A version of this story appeared in CNN’s What Matters newsletter. To get it in your inbox, sign up for free here.
- The Supreme Court blocked Biden’s effort to curb Covid-19 with a vaccine or testing requirement aimed at large businesses. The court allowed a more targeted requirement for health care workers to remain.
- Sen. Kyrsten Sinema, an Arizona Democrat, likely put the nail in the coffin of Democrats’ hopes to create a new national voting standard. She supports her party’s elections legislation but opposes changing Senate rules and wants to respect the views of the minority, she said in a speech on the Senate floor.
Those developments highlight that presidents, for all they can do on their own, are hemmed in on the big stuff by the other branches of government.
A Supreme Court with a strong majority of Republican-appointed justices has no interest in imposing restrictions on businesses.
A closely divided Senate is paralyzed by its traditions.
It’s the news about inflation that could be most damaging to Biden.
Everyday people might not be hanging onto the latest voting rights developments. But they are seeing prices go up. They’re facing empty grocery store shelves. They may be nervous about going in to work as the Omicron variant of the coronavirus tears through the country.
They’re wondering what the heck is going on.
Where are the groceries? The images on social media of empty grocery store shelves are startling. CNN’s Parija Kavilanz writes it is not that there is no food. It’s that stores are having trouble getting it on shelves. There are worker shortages and transportation issues. And people are making food at home rather than going to restaurants.
Consider the grocery store worker. CNN’s Nathaniel Meyersohn looks at an industry where it’s not possible to work from home, where it’s been hard for stores to find clerks and where some stores have had to limit hours. He talked to Sam Dancy, a supervisor and union shop steward at supermarket chain QFC in Seattle. From the report:
Two weeks ago, (Dancy) worked on a crowded Sunday when the store was short staffed. It “was the first time in 30 years I thought ‘I don’t know much longer I can and want to do this.'”
For an idea of the mercurial nature of inflation during the pandemic, read this report from CNN’s Chris Isidore and Allison Morrow.
Why can’t Biden or Federal Reserve Chairman Jerome Powell simply fix this? Isidore and Morrow write:
Many of the increases are the result of global market forces, such as higher energy prices, or global supply chain problems limiting the availability of parts needed to make consumer goods. The limited supply of both new and used cars, largely stemming from a computer chip shortage, has resulted in record car prices — a major factor pushing overall prices up.
Econ 101. While meat and some other prices have started to come down, the current perception is one of prices rising, not falling. Government relief measures, Isidore and Morrow write, put more money in the hands of consumers, creating more demand at the same time supply chains were snarled by the pandemic.
“Strong demand plus limited supply is the Econ 101 definition of what leads to higher prices,” they write.
Energy prices are up compared with a year ago, and those costs to businesses are being passed along to consumers.
A shortage of workers is leading to higher wages, which could further drive up prices.
Inflation is bad. But it’s been worse. In a separate story, Isidore notes that despite how bad inflation seems now, it’s still far below the crippling price increases of the ’70s, leaving a one-term President from each party in its path.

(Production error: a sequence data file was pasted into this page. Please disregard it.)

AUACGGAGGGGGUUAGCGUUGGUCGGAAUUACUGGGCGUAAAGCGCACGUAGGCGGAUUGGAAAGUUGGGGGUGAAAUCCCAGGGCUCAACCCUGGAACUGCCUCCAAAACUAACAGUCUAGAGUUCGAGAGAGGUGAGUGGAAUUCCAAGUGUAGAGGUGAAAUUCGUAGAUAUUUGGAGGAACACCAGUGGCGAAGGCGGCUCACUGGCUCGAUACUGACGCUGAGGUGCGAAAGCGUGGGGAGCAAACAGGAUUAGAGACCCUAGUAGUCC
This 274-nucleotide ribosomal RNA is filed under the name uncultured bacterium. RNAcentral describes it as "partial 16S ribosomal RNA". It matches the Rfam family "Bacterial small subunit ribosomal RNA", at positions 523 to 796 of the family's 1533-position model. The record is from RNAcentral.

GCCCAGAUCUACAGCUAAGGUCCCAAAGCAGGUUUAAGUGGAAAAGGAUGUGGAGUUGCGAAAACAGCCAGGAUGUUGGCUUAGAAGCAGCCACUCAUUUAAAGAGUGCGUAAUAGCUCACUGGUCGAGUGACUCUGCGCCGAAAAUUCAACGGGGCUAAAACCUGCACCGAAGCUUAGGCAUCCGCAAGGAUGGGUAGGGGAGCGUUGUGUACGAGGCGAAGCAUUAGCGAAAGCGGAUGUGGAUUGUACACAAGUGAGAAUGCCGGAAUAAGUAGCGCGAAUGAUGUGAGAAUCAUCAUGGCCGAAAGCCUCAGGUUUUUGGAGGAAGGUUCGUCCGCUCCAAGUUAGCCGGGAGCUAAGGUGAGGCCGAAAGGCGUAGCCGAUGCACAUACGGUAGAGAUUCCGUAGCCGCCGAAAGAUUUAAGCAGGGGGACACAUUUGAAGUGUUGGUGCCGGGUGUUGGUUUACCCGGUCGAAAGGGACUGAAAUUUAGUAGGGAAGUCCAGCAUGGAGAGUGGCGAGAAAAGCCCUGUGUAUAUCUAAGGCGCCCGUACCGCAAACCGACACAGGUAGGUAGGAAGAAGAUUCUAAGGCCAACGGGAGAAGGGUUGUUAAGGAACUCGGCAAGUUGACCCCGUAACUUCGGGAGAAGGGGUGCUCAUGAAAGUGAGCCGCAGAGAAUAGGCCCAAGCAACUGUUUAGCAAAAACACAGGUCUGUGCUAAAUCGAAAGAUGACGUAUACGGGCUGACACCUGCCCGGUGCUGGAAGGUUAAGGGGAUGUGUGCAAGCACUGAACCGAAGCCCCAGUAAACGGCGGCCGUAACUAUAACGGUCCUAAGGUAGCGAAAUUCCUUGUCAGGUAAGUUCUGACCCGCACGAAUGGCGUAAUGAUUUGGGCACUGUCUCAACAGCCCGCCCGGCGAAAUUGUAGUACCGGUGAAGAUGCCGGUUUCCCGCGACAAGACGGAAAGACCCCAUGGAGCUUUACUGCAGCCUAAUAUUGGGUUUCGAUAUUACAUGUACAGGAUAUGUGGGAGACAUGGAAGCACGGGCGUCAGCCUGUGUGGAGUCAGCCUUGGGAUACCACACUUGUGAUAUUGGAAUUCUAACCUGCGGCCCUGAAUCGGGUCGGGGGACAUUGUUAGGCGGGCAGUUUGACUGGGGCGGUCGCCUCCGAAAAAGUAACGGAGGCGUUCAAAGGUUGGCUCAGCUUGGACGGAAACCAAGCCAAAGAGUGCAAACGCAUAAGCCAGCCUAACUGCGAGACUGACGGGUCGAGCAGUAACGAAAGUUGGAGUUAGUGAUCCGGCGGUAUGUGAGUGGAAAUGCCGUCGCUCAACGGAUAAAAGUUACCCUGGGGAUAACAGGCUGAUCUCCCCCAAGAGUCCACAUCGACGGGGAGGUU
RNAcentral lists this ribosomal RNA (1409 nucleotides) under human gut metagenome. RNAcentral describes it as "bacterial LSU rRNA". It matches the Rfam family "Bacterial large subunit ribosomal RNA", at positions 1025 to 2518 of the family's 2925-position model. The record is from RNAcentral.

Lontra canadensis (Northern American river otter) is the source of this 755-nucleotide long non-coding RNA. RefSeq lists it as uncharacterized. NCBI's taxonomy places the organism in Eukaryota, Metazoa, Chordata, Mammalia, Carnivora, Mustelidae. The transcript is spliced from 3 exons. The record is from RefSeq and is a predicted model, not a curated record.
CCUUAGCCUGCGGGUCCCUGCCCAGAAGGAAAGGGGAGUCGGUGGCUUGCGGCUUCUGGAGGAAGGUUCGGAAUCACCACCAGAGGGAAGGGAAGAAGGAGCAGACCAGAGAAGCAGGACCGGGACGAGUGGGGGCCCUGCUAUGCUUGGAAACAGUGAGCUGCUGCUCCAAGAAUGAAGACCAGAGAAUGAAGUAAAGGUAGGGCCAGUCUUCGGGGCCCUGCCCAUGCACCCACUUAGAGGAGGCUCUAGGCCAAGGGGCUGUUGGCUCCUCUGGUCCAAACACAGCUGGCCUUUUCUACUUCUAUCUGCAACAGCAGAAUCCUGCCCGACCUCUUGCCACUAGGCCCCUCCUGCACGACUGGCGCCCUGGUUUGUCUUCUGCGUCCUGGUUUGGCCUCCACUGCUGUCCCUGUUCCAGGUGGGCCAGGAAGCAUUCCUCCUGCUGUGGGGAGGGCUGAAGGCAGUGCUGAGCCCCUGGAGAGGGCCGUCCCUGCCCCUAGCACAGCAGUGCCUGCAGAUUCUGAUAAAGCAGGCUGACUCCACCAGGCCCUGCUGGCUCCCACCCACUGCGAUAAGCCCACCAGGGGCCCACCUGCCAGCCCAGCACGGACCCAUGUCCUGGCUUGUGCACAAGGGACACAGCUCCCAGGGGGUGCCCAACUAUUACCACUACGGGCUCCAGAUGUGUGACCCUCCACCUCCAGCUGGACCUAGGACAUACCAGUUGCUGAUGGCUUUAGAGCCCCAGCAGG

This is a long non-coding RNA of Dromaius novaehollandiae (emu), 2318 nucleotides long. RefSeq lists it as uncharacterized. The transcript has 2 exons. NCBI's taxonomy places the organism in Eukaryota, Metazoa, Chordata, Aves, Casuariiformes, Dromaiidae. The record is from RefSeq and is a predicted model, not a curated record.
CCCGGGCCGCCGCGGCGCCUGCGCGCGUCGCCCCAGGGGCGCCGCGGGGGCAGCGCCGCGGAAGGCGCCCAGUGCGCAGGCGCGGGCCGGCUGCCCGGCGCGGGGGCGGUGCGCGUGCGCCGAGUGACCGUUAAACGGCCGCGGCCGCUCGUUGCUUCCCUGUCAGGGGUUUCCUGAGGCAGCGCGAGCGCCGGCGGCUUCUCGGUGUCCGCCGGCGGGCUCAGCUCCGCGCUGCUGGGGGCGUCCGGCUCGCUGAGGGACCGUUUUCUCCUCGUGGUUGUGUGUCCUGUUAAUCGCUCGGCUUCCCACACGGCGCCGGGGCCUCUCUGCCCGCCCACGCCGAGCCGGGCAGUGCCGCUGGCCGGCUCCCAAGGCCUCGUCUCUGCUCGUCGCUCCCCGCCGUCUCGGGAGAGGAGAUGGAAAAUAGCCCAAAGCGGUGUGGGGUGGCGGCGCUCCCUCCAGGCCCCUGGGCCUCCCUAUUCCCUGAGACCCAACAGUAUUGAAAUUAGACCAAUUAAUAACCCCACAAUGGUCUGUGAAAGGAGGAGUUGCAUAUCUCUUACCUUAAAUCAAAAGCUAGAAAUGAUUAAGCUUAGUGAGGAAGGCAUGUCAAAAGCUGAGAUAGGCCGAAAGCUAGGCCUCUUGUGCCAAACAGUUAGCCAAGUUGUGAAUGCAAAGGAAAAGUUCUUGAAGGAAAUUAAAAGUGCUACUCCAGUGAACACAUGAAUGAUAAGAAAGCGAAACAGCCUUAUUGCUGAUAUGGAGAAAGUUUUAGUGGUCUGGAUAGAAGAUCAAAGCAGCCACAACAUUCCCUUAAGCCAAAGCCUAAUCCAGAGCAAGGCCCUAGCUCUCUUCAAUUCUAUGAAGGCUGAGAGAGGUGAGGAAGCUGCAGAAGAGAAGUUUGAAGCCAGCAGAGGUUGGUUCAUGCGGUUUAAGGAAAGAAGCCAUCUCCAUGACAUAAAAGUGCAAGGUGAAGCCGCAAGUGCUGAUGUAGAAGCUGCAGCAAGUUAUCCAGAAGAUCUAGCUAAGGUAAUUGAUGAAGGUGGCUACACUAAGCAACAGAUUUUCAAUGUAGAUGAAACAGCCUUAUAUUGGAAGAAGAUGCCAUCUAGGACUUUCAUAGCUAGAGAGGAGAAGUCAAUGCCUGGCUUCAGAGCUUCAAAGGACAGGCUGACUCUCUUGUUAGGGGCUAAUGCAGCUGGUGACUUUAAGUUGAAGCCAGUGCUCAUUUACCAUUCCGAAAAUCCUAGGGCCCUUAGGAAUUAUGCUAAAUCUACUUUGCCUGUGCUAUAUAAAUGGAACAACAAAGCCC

Isidore writes: Presidents Gerald Ford and Jimmy Carter both tried and failed to bring prices under control. Ford’s efforts included a “Whip Inflation Now” or WIN campaign, complete with shiny red buttons, that did little to help with prices. Inflation hit 12.2% in late 1974, soon after he took office, nearly twice the annual pace of increase through November of last year.
The nightmare scenario. CNN’s Paul La Monica writes that “stagflation” is now a real possibility. That’s when there’s a stagnant economy but prices continue to inflate.
A serious case of these economic crosswinds all but sunk Carter’s bid for reelection. In a stagflation scenario, there’s even less the government can do. Government spending only creates more inflation. Cutting government spending only leaves the economy in a slowdown.
For now, the economy is still growing at a healthy clip. And hopefully the Omicron-induced slowdown will be brief, the supply chain will continue to unsnarl and most people won’t have to worry about groceries quite as much.
Pay attention to the Costco parking lots. CNN’s Maeve Reston cased the Costco parking lot in Reno, Nevada, and talked to people who are frustrated by the rise in gas prices — it costs $145 instead of $100 to fill up a pickup truck — and are forgoing things at the box store.
“There’s nothing more fundamental than struggling to feed a family,” Reston and Stephen Collinson write, foreshadowing an election in which Democrats are all but expected to lose one or both majorities on Capitol Hill.
“Voter testimony in Nevada recalls the evidence in the Virginia gubernatorial race when Republican Glenn Youngkin pulled off a shock win by actually listening to what voters were saying about education and the cost of groceries, while Democrats were running against the extremism of ex-President Trump,” they write.
The irony is painful for Democrats. They have been blocked by Republicans and by a few of their own in passing the more ambitious social elements of Biden’s agenda — like universal pre-K, help with child care costs and an enhanced child tax credit — that could help free up money for groceries.
Republicans, set to gain on the economic discontent, want none of those direct supports.